Live meeting tools such as Zoom, Collaborate, and Google Hangouts are widely available for use, and are sometimes embedded in the more than 150 learning management systems that offer synchronous learning options. But there are other real-time technologies emerging as a way to immerse students in a lesson, creating opportunities for enhanced interaction and engagement. Virtual reality technology is emerging in higher ed to provide a real-time environment, or simulation requiring real-time response. Ohio University's Holodeck is used for language education and global field trips. Shaw University offers a 360-degree campus tour. Students in an English literature class at Boston College are building Joycestick, a virtual reality game to study Joyce's novel Ulysses.
Web-conferencing tools continue to bridge a communication gap in higher education, but the possible venues for live communication are evolving. Virtual reality tools and strategies leveraging tech to create a shared experience for students and build community in college courses. These tools are also becoming easier to use, through apps like Edorble.
As smartphone ownership increases these devices are used to conduct more aspects of our lives, including educational pursuits. In 2015, Pew Research Center found that 30% of smartphone users used these devices to “take a class or get educational content.” But not all colleges and universities are on board with mobile-ready websites, student portals, or course access. Our prediction was largely based on the priority college IT professionals were placing on mobile development.
Learning management systems, such as Blackboard, Canvas, and Brightspace, have apps that provide students with access to course materials via mobile device. But classes are just the beginning. What if you could access everything you need to attend or teach a course? Student resources, such as libraries (e.g., Luther College's curated list of mobile friendly databases), administrative services (e.g., St. Petersburg College's mobile option for registration, financial aid, campus maps), and support services (e.g., The University of Arizona's career center app), are also going mobile.
Smartphone use shows no signs of slowing. As the demand for easier access to college resources and assistance increases, along with the capabilities of our personal devices, we'll likely see more integrated use of mobile apps to meet the need. Higher education can also look toward the training trend of microlearning — brief, focused, just-in-time content — to make the most of mobile access. These chunked lesson strategies could allow students to focus on a single concept demonstration or reinforce an in-class lecture while they are commuting, taking a work break, or waiting in line somewhere.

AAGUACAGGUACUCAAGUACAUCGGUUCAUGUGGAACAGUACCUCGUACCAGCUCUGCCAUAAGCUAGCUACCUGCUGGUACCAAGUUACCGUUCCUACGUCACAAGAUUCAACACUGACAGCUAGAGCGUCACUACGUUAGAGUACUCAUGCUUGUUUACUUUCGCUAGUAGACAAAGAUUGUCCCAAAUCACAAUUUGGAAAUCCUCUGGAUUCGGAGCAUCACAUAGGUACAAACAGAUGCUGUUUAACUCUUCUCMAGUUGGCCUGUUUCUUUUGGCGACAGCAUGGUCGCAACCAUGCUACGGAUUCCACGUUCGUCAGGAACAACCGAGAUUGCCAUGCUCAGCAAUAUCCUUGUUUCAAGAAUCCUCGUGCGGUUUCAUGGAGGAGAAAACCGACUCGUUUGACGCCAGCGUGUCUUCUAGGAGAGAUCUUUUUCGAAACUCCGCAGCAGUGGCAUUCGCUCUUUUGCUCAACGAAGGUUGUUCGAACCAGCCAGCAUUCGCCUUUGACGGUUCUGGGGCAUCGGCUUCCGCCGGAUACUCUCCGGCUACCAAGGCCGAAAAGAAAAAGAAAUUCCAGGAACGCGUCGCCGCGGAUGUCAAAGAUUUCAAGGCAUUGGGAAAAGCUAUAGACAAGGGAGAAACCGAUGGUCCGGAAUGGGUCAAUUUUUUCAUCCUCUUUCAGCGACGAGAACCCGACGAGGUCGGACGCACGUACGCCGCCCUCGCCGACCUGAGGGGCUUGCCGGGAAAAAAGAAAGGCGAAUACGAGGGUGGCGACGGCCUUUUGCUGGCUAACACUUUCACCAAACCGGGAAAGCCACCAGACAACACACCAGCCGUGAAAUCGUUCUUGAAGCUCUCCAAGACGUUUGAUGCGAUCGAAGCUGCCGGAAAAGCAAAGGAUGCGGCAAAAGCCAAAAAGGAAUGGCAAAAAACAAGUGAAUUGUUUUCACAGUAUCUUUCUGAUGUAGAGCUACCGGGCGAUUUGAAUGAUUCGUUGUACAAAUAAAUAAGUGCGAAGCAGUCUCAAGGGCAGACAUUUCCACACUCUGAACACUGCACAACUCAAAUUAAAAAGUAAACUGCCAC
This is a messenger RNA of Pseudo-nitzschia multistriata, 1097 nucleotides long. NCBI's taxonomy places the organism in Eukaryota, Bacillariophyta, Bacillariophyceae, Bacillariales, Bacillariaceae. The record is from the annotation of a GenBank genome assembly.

Whether they are entering college for the first time as on-campus students, or pursuing advanced degrees online, the more choices institutions can provide — in terms of not only a range of learning environments, but also tools for accessing learning resources and guidance about their choices — the better we can support them on their pathways to knowledge and skill development, and employment.
BestColleges.com is committed to supporting student success and advocating quality higher education. This starts with purposeful, original research, however, our efforts to track top trends are just the beginning. In 2017 this work included gathering input from students, administrators, and agencies providing insight into the complex issues of student debt and removing barriers to student support. We also developed a comprehensive guide to assist LGBTQ students, and curated resources for Spanish-speakers and students with disabilities.
Our annual surveys to students and school administrators are underway to identify trends for 2018. We are also developing new partnerships and initiatives to expand the resources available, as well as include the voices of those most affected by current trends and issues in higher education. As we continue our research related to college decision making and career planning we'll be sharing what we learn along the way. We hope this work can further assist your efforts to support college students.